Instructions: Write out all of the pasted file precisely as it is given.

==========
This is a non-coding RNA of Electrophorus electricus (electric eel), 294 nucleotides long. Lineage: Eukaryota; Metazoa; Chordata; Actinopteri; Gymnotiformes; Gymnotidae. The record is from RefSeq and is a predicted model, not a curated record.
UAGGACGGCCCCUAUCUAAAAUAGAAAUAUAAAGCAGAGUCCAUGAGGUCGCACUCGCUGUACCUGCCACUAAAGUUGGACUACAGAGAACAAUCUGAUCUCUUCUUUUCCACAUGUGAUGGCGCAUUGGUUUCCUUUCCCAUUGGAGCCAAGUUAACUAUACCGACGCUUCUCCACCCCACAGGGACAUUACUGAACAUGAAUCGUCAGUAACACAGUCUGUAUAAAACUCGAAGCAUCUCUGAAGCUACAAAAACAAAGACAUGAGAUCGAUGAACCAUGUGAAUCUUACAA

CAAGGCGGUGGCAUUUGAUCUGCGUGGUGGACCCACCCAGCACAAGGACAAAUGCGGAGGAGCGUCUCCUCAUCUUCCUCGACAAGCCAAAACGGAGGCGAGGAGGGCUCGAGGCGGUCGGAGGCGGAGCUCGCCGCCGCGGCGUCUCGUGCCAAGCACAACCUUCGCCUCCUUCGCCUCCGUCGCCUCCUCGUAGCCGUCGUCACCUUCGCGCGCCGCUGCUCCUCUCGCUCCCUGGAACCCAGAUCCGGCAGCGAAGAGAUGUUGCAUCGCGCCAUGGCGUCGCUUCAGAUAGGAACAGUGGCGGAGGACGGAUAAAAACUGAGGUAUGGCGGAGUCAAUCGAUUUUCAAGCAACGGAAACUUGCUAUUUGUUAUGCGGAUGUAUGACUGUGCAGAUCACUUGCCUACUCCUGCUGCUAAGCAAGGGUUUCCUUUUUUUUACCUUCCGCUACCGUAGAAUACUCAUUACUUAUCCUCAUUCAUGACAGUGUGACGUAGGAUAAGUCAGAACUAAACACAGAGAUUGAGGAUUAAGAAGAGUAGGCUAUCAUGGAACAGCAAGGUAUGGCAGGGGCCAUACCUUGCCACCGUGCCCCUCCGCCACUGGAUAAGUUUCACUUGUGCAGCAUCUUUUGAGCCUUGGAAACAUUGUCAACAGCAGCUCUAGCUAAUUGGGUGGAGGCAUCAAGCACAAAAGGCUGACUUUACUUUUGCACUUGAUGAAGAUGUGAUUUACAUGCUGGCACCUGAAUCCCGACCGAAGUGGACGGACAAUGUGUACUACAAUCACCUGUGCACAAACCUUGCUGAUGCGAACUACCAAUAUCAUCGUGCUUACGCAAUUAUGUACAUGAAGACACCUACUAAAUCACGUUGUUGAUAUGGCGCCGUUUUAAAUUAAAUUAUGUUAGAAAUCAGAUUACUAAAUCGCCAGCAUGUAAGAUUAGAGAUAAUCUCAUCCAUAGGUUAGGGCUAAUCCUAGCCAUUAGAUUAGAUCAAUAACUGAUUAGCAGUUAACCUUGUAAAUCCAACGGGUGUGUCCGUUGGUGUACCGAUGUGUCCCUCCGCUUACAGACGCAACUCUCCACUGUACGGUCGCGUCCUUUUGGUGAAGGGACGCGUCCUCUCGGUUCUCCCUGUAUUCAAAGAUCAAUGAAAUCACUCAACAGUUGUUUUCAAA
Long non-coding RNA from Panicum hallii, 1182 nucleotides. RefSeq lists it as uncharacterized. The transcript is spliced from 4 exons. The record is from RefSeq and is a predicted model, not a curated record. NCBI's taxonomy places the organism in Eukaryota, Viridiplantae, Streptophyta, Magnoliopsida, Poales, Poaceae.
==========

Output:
This is a non-coding RNA of Electrophorus electricus (electric eel), 294 nucleotides long. Lineage: Eukaryota; Metazoa; Chordata; Actinopteri; Gymnotiformes; Gymnotidae. The record is from RefSeq and is a predicted model, not a curated record.
UAGGACGGCCCCUAUCUAAAAUAGAAAUAUAAAGCAGAGUCCAUGAGGUCGCACUCGCUGUACCUGCCACUAAAGUUGGACUACAGAGAACAAUCUGAUCUCUUCUUUUCCACAUGUGAUGGCGCAUUGGUUUCCUUUCCCAUUGGAGCCAAGUUAACUAUACCGACGCUUCUCCACCCCACAGGGACAUUACUGAACAUGAAUCGUCAGUAACACAGUCUGUAUAAAACUCGAAGCAUCUCUGAAGCUACAAAAACAAAGACAUGAGAUCGAUGAACCAUGUGAAUCUUACAA

CAAGGCGGUGGCAUUUGAUCUGCGUGGUGGACCCACCCAGCACAAGGACAAAUGCGGAGGAGCGUCUCCUCAUCUUCCUCGACAAGCCAAAACGGAGGCGAGGAGGGCUCGAGGCGGUCGGAGGCGGAGCUCGCCGCCGCGGCGUCUCGUGCCAAGCACAACCUUCGCCUCCUUCGCCUCCGUCGCCUCCUCGUAGCCGUCGUCACCUUCGCGCGCCGCUGCUCCUCUCGCUCCCUGGAACCCAGAUCCGGCAGCGAAGAGAUGUUGCAUCGCGCCAUGGCGUCGCUUCAGAUAGGAACAGUGGCGGAGGACGGAUAAAAACUGAGGUAUGGCGGAGUCAAUCGAUUUUCAAGCAACGGAAACUUGCUAUUUGUUAUGCGGAUGUAUGACUGUGCAGAUCACUUGCCUACUCCUGCUGCUAAGCAAGGGUUUCCUUUUUUUUACCUUCCGCUACCGUAGAAUACUCAUUACUUAUCCUCAUUCAUGACAGUGUGACGUAGGAUAAGUCAGAACUAAACACAGAGAUUGAGGAUUAAGAAGAGUAGGCUAUCAUGGAACAGCAAGGUAUGGCAGGGGCCAUACCUUGCCACCGUGCCCCUCCGCCACUGGAUAAGUUUCACUUGUGCAGCAUCUUUUGAGCCUUGGAAACAUUGUCAACAGCAGCUCUAGCUAAUUGGGUGGAGGCAUCAAGCACAAAAGGCUGACUUUACUUUUGCACUUGAUGAAGAUGUGAUUUACAUGCUGGCACCUGAAUCCCGACCGAAGUGGACGGACAAUGUGUACUACAAUCACCUGUGCACAAACCUUGCUGAUGCGAACUACCAAUAUCAUCGUGCUUACGCAAUUAUGUACAUGAAGACACCUACUAAAUCACGUUGUUGAUAUGGCGCCGUUUUAAAUUAAAUUAUGUUAGAAAUCAGAUUACUAAAUCGCCAGCAUGUAAGAUUAGAGAUAAUCUCAUCCAUAGGUUAGGGCUAAUCCUAGCCAUUAGAUUAGAUCAAUAACUGAUUAGCAGUUAACCUUGUAAAUCCAACGGGUGUGUCCGUUGGUGUACCGAUGUGUCCCUCCGCUUACAGACGCAACUCUCCACUGUACGGUCGCGUCCUUUUGGUGAAGGGACGCGUCCUCUCGGUUCUCCCUGUAUUCAAAGAUCAAUGAAAUCACUCAACAGUUGUUUUCAAA
Long non-coding RNA from Panicum hallii, 1182 nucleotides. RefSeq lists it as uncharacterized. The transcript is spliced from 4 exons. The record is from RefSeq and is a predicted model, not a curated record. NCBI's taxonomy places the organism in Eukaryota, Viridiplantae, Streptophyta, Magnoliopsida, Poales, Poaceae.